Recent surveys show that Key West citizens are concerned about the biggest cruise ships with the worst health, safety and environmental violations. The Committee for Safer, Cleaner Ships was formed and it filed referendums with the city to put three protective limits on cruise ships. Currently the federal Centers for Disease Control is banning all cruise ships, at least until August. The danger of asymptomatic passengers transmitting virus diseases in a small island with limited medical facilities is real, and the results would be devastating both economically and in terms of human health and mortality.

Key West citizens who were registered to vote here in 2018 need to sign more than 1,600 petitions by June 1 in order to have the referendums on the August ballot. The committee and its dauntless volunteers are on track to reach that goal but they need help because it's going to be close.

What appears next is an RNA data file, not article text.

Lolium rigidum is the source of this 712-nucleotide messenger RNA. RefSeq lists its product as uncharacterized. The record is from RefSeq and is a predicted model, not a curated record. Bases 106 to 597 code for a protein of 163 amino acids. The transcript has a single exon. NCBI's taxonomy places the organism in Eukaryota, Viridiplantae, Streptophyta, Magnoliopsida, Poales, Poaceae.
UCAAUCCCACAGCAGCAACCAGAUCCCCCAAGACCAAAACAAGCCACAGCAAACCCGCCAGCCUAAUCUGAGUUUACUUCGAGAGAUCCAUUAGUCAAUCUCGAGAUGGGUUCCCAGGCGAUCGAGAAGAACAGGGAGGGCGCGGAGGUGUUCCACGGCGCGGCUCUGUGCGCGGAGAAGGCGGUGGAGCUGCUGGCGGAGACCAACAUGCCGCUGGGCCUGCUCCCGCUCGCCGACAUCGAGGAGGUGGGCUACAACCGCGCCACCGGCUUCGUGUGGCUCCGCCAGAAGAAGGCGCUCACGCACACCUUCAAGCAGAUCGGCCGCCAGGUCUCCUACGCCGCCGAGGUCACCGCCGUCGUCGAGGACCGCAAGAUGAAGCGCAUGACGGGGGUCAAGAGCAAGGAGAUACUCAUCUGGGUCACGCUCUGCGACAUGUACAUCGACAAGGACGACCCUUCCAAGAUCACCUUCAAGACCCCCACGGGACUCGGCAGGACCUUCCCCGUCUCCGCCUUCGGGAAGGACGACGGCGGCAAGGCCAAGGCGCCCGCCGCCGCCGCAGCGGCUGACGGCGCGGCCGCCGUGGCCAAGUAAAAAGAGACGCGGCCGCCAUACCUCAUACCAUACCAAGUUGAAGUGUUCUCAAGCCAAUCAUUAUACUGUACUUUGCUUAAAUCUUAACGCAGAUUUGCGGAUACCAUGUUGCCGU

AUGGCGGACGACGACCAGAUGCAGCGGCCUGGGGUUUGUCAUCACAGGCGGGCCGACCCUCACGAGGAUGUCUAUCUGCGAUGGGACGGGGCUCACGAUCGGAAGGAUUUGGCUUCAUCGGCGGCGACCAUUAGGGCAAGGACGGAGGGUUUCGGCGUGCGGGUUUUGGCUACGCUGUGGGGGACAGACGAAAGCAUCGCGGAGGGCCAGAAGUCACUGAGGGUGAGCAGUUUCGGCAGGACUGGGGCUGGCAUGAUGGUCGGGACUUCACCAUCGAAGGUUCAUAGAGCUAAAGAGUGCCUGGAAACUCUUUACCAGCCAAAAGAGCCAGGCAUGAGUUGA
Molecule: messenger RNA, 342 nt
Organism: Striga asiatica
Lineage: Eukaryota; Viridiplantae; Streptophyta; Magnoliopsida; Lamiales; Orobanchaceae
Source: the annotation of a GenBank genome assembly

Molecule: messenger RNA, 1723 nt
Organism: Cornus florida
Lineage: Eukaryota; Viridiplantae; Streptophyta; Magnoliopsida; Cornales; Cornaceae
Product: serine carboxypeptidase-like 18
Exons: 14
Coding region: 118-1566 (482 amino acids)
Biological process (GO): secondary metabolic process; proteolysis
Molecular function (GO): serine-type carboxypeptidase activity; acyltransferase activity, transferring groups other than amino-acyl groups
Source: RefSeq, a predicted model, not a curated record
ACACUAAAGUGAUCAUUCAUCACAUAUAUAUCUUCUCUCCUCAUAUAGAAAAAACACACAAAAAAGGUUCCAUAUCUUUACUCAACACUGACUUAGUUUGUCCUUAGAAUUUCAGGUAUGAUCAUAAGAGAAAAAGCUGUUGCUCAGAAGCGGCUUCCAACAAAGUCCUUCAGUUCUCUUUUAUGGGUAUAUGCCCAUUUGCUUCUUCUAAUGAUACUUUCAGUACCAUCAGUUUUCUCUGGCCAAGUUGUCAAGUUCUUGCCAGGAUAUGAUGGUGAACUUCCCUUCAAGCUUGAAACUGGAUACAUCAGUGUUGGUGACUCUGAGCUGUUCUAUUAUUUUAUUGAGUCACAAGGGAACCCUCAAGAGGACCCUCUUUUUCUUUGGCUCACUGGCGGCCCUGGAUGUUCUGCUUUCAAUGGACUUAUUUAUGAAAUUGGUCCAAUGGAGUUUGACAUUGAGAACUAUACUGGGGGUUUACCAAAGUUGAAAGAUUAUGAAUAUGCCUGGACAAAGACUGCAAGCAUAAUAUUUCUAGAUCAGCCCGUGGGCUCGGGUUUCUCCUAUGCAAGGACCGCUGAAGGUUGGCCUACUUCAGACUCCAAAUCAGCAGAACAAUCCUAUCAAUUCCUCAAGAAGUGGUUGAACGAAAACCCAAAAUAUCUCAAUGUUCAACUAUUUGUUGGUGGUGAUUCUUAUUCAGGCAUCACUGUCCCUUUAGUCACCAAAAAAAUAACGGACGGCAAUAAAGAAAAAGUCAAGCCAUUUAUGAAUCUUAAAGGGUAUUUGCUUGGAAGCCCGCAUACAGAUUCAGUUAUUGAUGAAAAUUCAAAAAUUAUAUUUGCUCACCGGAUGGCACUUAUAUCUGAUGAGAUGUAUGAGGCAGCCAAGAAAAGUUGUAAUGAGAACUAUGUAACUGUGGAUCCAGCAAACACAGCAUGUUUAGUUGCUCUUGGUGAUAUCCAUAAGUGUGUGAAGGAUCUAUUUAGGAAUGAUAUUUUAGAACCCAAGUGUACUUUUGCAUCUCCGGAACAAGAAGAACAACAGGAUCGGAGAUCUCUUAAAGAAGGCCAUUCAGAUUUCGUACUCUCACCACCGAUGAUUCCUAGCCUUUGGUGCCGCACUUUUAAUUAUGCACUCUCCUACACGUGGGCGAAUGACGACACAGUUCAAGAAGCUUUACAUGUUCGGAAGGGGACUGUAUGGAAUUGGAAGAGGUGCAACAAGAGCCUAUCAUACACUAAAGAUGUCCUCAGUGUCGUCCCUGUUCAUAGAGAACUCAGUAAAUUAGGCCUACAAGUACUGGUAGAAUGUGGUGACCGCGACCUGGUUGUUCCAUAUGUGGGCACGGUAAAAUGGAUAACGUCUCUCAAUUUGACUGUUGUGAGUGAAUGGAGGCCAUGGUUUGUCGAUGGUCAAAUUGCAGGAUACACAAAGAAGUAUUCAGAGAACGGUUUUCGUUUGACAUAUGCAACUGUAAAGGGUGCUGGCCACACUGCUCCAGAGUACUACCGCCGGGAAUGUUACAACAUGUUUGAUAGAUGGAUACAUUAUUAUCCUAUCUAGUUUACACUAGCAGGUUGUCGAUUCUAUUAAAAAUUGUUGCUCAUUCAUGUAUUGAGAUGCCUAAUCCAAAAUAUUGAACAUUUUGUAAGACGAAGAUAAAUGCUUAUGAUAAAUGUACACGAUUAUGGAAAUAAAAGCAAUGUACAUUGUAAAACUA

Key West has the legal authority to regulate the size of ships, the maximum number of disembarkees per day, and to set environmental and public health standards. Therefore, the referendums would limit the ships to those with less than 1,300 passengers and crew; limit the total number of individuals allowed to disembark per day to 1,500; and Key West would give priority to those cruise lines with the best environmental and health records.

Yes, this quality control and safety plan could have some negative effect on some local jobs, but the overall favorable impact on the entire Key West community (health, lives, the environment and the quality of life) is undeniable. There's reason to believe that the fees and smaller number of more affluent tourists will actually be an economic improvement.

The window of opportunity closes on June 1, so signing the petitions and encouraging others to do the same at 720 Caroline St., is important — if you believe our future could be at stake.

Roger C. Kostmayer

Key West

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